Talk:good night

Definition from Wiktionary, the free dictionary
Jump to: navigation, search

Goodnight Vienna is pretty obscure, if you ask me. --Connel MacKenzie 09:13, 15 Jan 2005 (UTC)

15,800 hits on Google for the phrase. SemperBlotto 10:52, 15 Jan 2005 (UTC)

Thanks for the example. I now consider myself enlightened, by it. Keep up the great entries! --Connel MacKenzie 11:04, 15 Jan 2005 (UTC)

Is it really correct to write "goodnight"? Perhaps that should be listed as a disputed usage. It's as silly as "goodmorning" or "goodevening". Maybe it's an American English thing? American English uses compounds much more than British. For example, in American English you can write "anymore", but in British English it's always "any more". In American English you always write "forever"; in British English, "for ever" is used for the literal meaning and "forever" for the metaphorical. --217.44.206.191 11:58, 15 Jan 2005 (UTC)

Greetings never got compounded; true, but this farewell goodnight is *very* common in America. In America, writing any more when talking about the time-period will get you laughed at...but we do often say we don't want any more taxes. Taking your comment, though, I think good night does deserve the loathed "Usage note" added for clarification. On a really fine-weather night, you could say it is a good night but never a goodnight. The farewell/goToBed meaning is about half good night and half goodnight. --Connel MacKenzie 12:21, 15 Jan 2005 (UTC)
Keep tidy.svg

The following discussion has been moved from Wiktionary:Requests for verification.

Failure to be verified may either mean that this information is fabricated, or is merely beyond our resources to confirm. We have archived here the disputed information, the verification discussion, and any documentation gathered so far, pending further evidence.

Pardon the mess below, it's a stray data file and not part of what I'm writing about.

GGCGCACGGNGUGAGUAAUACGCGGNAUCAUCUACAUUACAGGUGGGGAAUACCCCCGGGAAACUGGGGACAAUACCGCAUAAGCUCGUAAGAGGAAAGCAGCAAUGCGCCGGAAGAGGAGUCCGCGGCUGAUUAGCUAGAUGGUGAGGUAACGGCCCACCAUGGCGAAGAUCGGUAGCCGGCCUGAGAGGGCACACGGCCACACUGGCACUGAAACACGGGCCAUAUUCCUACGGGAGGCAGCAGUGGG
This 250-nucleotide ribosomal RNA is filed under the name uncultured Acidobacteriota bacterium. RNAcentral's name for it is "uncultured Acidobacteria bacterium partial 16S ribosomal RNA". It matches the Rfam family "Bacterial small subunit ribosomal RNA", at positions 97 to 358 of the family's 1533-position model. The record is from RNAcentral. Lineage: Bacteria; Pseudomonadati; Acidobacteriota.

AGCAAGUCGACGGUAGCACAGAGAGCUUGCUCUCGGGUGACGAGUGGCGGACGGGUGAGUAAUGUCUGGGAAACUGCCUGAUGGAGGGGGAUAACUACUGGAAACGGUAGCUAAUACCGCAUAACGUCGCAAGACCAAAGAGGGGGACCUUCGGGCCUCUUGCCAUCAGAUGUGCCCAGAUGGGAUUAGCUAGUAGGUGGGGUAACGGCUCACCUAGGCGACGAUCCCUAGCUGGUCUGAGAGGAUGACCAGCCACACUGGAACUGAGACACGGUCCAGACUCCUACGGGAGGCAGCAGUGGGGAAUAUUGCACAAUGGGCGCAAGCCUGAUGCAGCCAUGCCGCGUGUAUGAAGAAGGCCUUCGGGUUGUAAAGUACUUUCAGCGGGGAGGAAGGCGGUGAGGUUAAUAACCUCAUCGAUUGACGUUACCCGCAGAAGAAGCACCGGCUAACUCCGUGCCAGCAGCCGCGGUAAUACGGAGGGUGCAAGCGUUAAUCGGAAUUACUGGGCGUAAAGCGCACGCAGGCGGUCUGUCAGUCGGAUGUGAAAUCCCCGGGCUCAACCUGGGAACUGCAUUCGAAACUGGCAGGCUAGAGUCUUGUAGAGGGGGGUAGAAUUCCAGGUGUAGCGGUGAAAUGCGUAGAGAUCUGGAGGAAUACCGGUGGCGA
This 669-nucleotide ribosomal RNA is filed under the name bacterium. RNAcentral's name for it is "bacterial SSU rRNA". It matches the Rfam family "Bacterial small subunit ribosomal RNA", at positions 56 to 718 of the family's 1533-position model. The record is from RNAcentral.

Do not re-add this information to the article without also submitting proof that it meets Wiktionary's criteria for inclusion. See also Wiktionary:Previously deleted entries.


good night

The US Army sense, while plausible, could do with some verification, considering its obscurity. It may very well be a protologism. Dominic·t 09:12, 7 October 2009 (UTC)

I'm fairly sure I've seen it used in English literature at least once. Could've been anywhere between 1900 and 1970 (give or take). I couldn't even begin to try and track it down, though. (I don't know where the US Army part comes from.) — SheeEttin {T/C} 04:22, 19 November 2009 (UTC)

RFV failed, sense removed. Anyone who can cite this (either as a U.S. Army–ism, as the definition had, or not, as SheeEttin suggests), please re-add it and do so. —RuakhTALK 07:49, 12 July 2010 (UTC)

Archaic?[edit]

From when I was a kid (I'm now 55), I remember relatives using the phrase "good night" as an expression of displeasure, like "What is the world coming to?" or "I can't take this any more. I have to go." For instance, "She is a complete scumbag! Good night!" with the "Good night!" said in a loud, negative, emotional tone.

I think I've heard this too, somewhere. I wonder if it's not used as substitute for similar-sounding profanity: I've occasionally heard people say "God bless America", in a manner that makes it sound like they wanted to say some profanity starting with the same word, but substituted something innocuous at the last second.